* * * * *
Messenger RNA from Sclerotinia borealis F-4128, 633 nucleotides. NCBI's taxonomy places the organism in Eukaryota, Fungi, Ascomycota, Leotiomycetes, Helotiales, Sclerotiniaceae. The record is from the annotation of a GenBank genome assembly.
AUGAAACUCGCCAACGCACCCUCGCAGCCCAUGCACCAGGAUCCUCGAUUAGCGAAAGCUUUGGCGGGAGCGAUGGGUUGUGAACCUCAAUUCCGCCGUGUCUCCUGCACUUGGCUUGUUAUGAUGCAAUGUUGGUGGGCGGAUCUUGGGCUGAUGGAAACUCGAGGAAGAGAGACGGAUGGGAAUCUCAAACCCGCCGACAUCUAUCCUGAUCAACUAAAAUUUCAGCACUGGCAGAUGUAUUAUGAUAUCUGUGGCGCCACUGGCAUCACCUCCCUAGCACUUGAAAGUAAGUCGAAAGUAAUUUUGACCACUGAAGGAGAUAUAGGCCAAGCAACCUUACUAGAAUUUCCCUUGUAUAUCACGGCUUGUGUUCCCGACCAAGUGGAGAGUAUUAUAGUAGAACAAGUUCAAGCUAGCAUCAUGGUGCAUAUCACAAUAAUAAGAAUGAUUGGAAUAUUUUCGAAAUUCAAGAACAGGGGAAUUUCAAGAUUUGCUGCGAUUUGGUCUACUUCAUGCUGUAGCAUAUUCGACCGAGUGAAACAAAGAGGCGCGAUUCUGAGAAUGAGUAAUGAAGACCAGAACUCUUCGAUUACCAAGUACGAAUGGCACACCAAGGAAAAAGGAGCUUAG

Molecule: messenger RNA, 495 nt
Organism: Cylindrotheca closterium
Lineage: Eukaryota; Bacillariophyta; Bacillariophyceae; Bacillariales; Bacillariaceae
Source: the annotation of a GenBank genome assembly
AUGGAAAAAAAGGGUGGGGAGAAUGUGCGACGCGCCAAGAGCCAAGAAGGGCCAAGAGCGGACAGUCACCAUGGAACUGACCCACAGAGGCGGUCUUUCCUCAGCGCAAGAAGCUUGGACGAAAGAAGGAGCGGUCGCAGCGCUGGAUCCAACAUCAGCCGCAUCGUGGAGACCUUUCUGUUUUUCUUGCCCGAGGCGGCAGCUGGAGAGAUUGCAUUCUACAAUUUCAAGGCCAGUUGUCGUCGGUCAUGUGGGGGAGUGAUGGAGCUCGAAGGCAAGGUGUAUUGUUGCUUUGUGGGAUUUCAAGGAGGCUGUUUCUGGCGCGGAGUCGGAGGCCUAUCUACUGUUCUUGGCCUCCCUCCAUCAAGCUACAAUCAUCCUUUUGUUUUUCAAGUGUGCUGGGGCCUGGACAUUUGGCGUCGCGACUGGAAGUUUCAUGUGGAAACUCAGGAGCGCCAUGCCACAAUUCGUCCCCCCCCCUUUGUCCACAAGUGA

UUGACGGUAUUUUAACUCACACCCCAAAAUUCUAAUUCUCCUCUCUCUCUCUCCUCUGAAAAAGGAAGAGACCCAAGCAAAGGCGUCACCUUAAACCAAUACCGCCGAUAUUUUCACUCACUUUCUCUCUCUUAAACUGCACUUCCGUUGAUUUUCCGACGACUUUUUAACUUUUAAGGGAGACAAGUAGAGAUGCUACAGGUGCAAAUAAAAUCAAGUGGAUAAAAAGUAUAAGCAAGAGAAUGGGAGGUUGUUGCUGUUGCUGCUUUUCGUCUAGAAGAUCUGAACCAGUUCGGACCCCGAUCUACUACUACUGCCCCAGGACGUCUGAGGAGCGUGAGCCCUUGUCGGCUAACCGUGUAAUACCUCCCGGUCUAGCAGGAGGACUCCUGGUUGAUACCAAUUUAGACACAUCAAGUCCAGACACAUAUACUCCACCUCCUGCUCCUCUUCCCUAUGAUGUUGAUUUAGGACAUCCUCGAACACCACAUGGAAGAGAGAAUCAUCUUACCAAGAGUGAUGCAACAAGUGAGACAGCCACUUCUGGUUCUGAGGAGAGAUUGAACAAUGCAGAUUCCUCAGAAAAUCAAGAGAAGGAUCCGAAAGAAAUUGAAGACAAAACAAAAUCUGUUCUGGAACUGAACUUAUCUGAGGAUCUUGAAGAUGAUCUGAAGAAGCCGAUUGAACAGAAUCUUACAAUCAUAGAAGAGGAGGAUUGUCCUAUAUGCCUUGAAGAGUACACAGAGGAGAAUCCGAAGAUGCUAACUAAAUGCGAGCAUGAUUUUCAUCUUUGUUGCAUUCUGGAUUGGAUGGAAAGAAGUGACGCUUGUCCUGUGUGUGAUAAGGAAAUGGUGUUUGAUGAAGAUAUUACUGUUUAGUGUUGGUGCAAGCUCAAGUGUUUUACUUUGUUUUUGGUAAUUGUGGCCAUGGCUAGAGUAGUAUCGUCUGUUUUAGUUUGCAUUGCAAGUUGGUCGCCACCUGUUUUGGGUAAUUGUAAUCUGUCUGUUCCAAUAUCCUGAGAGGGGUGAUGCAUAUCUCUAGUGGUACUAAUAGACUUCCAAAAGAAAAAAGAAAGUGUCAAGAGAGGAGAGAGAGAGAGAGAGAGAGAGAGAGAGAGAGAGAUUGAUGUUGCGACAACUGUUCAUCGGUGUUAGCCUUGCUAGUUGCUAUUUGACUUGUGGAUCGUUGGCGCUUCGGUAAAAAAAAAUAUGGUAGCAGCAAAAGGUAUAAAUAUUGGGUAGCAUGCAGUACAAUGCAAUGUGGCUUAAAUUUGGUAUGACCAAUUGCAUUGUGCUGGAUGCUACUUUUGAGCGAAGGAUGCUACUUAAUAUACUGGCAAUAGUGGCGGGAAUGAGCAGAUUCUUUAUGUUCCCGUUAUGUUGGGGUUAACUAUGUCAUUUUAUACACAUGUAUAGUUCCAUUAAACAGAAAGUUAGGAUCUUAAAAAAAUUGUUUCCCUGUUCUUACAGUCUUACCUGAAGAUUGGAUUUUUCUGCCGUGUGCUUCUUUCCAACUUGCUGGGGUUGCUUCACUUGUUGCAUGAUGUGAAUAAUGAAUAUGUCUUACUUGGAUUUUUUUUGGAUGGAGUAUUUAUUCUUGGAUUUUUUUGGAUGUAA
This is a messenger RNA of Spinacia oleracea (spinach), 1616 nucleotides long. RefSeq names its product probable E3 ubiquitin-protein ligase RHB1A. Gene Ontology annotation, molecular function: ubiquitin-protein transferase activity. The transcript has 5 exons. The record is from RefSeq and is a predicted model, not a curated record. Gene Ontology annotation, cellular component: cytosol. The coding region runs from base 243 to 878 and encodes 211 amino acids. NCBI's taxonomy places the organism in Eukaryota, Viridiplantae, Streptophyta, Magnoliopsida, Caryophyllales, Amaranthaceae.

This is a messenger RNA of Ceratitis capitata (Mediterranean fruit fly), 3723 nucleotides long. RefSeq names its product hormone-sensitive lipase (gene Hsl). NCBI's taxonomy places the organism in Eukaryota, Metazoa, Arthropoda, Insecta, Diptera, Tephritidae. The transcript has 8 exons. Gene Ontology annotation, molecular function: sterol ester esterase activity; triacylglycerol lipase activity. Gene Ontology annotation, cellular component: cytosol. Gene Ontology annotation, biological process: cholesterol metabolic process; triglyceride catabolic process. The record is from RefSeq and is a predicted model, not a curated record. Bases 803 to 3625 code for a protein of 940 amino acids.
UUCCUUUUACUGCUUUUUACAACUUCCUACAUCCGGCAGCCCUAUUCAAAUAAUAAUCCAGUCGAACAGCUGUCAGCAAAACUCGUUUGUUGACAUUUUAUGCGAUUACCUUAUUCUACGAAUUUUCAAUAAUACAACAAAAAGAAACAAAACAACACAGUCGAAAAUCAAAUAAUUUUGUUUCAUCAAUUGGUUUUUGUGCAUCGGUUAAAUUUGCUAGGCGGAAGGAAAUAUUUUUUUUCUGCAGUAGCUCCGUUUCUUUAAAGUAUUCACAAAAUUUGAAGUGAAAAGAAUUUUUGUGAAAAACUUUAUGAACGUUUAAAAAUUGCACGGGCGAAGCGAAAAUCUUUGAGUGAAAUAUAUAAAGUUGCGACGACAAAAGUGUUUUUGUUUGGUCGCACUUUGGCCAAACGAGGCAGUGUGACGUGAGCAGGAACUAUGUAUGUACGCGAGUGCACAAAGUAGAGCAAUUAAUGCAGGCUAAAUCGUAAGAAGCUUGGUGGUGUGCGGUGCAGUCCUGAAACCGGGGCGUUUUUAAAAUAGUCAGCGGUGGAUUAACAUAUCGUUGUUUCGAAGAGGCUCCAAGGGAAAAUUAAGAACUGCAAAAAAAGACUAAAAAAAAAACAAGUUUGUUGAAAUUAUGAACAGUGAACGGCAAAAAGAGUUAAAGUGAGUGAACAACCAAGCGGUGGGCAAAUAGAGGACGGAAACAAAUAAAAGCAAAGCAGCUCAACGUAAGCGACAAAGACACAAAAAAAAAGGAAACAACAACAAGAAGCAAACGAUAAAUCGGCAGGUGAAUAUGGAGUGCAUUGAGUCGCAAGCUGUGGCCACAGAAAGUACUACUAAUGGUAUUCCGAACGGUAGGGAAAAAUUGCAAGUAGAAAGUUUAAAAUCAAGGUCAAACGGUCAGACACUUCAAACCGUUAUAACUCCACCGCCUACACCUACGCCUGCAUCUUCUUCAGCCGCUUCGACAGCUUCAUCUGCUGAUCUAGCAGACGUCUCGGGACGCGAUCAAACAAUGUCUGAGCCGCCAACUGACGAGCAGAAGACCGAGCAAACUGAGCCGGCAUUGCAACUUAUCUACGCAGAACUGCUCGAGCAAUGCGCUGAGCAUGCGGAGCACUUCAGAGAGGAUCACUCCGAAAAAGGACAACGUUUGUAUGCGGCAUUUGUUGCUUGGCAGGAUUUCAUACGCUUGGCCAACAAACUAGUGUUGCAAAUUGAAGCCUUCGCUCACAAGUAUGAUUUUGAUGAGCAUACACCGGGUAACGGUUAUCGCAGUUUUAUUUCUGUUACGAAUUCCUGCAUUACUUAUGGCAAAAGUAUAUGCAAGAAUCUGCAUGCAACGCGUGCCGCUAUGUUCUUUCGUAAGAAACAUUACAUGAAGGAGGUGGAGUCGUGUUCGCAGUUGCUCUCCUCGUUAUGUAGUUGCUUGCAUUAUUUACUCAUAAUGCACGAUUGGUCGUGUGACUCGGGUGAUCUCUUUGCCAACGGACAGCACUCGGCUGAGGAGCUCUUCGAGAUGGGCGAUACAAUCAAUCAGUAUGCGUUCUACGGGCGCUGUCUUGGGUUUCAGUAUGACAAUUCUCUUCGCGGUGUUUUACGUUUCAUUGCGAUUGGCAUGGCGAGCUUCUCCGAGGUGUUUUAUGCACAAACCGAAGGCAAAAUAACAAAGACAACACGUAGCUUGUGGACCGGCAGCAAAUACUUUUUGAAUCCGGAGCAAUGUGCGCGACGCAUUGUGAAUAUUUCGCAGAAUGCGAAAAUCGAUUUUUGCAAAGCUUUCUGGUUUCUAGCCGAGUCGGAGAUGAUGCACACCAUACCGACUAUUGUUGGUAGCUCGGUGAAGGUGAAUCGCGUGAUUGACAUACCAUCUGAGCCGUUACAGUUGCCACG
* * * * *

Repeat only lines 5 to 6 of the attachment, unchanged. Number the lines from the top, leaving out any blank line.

Lineage: Eukaryota; Bacillariophyta; Bacillariophyceae; Bacillariales; Bacillariaceae
Source: the annotation of a GenBank genome assembly